A Classic (of sorts)
When pianist and scholar Charles Rosen penned his book The Classical Style, he could not have known that it would become an instant classic (pun intended). It went on to win the 1972 National Book Award and prompted a commotion of musicological debate about his analysis of the Classical era from Mozart to Haydn to Beethoven—even prompting a reissue in 1997 in which the author addressed his critics. Suffice it to say, this was anything but a comedy—at least not until a dinner party where pianist and soon-to-be librettist Jeremy Denk encountered Rosen and found his stupefying wealth of knowledge exactly that: stupefying. It was with a tongue-in-cheek approach that Denk and composer Steven Stucky were co-commissioned by Carnegie Hall to create a comic opera based on Rosen’s book, recruiting director Mary Birnbaum to help bring it all to life at its world premiere last summer at the Ojai Music Festival. This trio of artists recently discussed the opera and the trio of composers at the forefront of the plot in advance of its New York premiere.
What was the inspiration for taking one of musicology’s most-respected—and serious—books and transforming it into a comic opera?
Jeremy Denk: The idea came to me over dinner and was emailed to a few friends the next morning as a joke. Gradually, however, as often happens in Haydn and Mozart, the joke began to take itself seriously. No one had done anything like it before, so there was the “why not?” factor. And there was the imagined fun of writing music about music, turning in on itself, making fun of itself, becoming a hall of mirrors. Once I began thinking about it, the possibilities were endless. The story of the creation of the style of Mozart, Haydn, and Beethoven is an amazing event in cultural history; it has its own drama, its inception, development, crisis, and farewell. So even though a book-length essay seems the most un-operatic thing ever, there is an opera plot hiding in there somewhere. On top of all that, there is the idea of paying homage to one of the best books on music ever written—a true classic about the classics.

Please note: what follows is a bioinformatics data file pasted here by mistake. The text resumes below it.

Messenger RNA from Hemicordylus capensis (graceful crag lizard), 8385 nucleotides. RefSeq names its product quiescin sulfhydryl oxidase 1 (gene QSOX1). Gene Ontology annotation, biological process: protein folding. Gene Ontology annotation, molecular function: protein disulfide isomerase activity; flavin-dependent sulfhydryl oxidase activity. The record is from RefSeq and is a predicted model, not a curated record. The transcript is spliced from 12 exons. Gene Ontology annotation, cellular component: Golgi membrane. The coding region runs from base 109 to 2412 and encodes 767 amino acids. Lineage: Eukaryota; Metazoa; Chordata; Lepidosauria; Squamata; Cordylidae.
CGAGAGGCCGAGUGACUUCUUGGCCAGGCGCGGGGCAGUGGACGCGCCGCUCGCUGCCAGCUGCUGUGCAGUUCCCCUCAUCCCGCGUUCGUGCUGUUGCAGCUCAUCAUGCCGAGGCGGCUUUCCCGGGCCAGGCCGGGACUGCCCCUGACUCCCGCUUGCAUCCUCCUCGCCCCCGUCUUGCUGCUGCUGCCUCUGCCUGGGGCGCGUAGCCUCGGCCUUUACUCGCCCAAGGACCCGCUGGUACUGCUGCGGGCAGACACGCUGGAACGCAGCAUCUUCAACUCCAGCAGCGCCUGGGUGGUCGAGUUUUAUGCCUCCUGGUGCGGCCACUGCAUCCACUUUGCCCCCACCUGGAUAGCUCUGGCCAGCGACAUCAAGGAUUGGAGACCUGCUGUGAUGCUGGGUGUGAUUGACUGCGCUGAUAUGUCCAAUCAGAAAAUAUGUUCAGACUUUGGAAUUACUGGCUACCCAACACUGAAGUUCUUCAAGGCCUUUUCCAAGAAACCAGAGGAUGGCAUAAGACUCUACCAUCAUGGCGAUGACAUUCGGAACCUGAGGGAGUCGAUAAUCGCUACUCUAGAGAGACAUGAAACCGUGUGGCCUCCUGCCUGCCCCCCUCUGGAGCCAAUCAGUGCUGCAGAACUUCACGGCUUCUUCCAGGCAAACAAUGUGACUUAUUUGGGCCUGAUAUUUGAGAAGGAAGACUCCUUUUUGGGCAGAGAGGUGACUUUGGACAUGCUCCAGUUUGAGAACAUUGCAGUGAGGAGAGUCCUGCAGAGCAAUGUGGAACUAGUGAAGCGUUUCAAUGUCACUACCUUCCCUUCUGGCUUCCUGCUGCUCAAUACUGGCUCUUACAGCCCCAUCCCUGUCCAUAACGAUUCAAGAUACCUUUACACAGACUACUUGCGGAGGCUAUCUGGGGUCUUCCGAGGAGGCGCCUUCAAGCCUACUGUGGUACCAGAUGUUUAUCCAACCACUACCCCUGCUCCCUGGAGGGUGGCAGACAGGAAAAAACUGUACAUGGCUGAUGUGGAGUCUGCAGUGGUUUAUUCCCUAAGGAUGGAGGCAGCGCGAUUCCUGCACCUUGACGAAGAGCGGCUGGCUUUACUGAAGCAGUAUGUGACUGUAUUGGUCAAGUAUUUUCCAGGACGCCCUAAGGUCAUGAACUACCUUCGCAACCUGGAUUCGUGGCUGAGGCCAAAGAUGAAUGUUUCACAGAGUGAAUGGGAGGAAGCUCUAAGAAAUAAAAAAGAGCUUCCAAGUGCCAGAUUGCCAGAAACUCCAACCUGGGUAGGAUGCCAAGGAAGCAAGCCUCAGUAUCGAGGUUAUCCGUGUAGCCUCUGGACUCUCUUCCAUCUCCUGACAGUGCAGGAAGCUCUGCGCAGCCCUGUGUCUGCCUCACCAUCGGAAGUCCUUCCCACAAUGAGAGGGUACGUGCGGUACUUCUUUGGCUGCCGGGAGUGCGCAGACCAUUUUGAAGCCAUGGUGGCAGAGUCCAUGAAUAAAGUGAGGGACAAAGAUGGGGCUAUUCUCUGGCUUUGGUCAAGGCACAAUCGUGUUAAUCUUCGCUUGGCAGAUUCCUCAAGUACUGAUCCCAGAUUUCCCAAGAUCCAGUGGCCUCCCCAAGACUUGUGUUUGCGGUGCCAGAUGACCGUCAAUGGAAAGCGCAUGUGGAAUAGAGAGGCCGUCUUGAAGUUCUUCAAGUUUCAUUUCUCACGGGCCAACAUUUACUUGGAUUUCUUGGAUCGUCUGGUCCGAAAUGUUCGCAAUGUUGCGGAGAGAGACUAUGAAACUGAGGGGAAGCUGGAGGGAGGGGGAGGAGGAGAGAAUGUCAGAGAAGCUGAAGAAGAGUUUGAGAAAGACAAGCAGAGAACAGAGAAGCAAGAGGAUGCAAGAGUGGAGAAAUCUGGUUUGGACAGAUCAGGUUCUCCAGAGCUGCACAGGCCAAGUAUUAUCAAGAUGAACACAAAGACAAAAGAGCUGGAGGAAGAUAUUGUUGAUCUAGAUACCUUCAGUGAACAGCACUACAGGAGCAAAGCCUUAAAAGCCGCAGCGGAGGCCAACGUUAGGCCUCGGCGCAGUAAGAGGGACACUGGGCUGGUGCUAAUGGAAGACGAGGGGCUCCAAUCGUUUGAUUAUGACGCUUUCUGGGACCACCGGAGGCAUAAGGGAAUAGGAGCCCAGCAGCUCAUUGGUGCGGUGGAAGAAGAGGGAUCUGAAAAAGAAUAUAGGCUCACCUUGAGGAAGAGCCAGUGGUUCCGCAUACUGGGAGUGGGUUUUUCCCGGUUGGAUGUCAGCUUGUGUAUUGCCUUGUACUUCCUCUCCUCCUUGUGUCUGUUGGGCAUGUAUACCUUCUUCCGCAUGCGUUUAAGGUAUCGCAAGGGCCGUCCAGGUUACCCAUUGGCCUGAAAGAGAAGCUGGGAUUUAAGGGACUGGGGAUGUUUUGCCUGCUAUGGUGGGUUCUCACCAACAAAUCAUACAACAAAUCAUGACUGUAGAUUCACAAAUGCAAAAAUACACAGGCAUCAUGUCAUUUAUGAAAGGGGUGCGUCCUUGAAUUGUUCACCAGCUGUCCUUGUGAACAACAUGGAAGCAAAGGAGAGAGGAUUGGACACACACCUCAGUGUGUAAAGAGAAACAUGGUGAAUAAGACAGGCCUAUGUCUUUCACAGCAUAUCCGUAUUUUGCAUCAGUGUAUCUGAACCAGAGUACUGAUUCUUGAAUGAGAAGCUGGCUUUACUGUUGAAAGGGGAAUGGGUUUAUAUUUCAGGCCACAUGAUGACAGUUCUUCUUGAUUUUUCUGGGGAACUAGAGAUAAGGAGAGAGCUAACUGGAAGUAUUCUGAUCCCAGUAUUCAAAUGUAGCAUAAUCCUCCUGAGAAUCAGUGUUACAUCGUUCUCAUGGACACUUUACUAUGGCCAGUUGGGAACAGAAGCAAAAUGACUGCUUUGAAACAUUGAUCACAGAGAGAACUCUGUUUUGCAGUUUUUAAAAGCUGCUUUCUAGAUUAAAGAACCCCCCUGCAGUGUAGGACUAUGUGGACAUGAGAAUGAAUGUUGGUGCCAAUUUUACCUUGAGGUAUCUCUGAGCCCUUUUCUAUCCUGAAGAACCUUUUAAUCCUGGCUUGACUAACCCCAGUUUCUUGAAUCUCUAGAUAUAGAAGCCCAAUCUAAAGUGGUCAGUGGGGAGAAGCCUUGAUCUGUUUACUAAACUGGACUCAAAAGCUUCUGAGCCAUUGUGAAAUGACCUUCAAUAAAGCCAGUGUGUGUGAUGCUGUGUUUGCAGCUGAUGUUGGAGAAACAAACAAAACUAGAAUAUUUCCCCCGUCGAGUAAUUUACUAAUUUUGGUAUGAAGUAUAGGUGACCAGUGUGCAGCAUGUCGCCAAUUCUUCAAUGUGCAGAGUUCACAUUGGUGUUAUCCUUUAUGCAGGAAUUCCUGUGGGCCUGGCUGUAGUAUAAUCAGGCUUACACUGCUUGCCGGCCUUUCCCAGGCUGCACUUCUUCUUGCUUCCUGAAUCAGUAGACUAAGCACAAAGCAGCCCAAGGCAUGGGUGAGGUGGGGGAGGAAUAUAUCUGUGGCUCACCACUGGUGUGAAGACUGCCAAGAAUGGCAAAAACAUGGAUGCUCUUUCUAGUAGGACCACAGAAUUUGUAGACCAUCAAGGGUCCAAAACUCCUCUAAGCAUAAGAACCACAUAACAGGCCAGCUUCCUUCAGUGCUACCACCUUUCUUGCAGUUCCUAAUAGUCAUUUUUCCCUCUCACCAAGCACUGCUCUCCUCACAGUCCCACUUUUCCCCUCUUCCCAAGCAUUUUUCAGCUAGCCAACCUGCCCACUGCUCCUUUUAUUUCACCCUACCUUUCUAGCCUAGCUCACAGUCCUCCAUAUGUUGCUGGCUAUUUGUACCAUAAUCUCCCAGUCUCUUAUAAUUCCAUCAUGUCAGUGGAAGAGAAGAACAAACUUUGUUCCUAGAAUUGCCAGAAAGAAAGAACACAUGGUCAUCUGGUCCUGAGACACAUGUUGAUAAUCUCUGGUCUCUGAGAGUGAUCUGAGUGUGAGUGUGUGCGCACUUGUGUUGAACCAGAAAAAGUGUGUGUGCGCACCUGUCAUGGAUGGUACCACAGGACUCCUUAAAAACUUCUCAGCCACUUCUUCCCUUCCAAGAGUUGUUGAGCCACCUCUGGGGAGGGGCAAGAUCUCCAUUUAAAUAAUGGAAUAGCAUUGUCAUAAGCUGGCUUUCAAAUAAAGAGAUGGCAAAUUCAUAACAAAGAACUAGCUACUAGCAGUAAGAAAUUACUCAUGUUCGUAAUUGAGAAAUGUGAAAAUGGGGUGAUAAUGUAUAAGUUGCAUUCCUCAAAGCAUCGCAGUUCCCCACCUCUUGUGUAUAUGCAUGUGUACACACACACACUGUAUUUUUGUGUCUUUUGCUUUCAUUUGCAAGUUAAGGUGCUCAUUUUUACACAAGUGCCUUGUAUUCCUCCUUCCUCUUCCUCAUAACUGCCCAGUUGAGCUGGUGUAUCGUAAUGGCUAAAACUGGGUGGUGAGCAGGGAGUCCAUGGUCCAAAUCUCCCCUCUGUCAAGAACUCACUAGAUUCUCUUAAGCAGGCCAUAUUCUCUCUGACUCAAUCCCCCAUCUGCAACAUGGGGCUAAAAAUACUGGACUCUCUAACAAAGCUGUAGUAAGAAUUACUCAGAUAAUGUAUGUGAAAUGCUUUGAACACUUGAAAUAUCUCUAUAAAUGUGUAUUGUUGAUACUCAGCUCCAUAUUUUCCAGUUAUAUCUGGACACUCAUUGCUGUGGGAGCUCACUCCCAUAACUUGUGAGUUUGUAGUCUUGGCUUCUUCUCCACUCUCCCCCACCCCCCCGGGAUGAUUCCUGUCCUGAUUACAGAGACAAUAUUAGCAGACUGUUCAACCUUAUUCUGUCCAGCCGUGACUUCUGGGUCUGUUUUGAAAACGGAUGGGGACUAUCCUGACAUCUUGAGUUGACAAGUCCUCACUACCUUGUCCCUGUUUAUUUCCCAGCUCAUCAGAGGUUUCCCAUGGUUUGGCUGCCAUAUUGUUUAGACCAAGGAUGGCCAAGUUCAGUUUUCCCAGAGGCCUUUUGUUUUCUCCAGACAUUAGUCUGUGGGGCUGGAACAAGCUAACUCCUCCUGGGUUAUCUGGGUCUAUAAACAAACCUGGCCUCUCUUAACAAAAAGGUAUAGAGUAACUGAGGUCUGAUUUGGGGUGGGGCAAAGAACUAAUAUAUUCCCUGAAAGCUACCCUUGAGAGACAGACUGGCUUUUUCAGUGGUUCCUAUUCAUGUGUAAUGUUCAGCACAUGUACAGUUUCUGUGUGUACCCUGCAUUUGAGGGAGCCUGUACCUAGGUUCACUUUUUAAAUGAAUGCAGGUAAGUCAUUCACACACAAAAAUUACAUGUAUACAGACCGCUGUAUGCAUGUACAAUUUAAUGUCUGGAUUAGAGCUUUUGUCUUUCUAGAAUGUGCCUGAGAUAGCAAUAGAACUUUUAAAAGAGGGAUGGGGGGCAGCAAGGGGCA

What makes it only an opera “of sorts”?
Denk: It’s a “disclaimer element”—we don’t want people coming to this expecting, say, Aida.
Steven Stucky: We are doing several things at once: telling two stories (the quest narrative in which Mozart, Haydn, and Beethoven search for Charles; and the codependent love triangle of Dominant, Tonic, and Subdominant); musing on the place of classical music in today’s society; refl ecting (sometimes impiously, naughtily on the perhaps overprecious style of current musical scholarship); and making many, many musical jokes. Much of this does not have a place in traditional opera.
Mary Birnbaum: It’s an opera, punctuated by (spoken) lectures from Rosen himself that are adapted from the actual book. I was delighted by how easily it all translates to the stage. That is a tribute to Rosen’s imagination and intimacy with classical music and, in turn, Jeremy’s and Steven’s.
How do you go about humanizing tonalities (tonic, dominant, subdominant—even the so-called “Tristan” chord)—for a nonmusical audience?
Stucky: We’ve tried to make these characters sharply drawn, both in their lyrics and in their musical styles. So even if their origins in music theory mean nothing to a particular listener, he or she can readily identify Tonic as the overconfident narcissist; Subdominant as the hottie with the smoky voice and soothing, come-hither presence; and the Tristan Chord as the disreputable character in a shabby trench coat with a smoker’s cough and a shady past.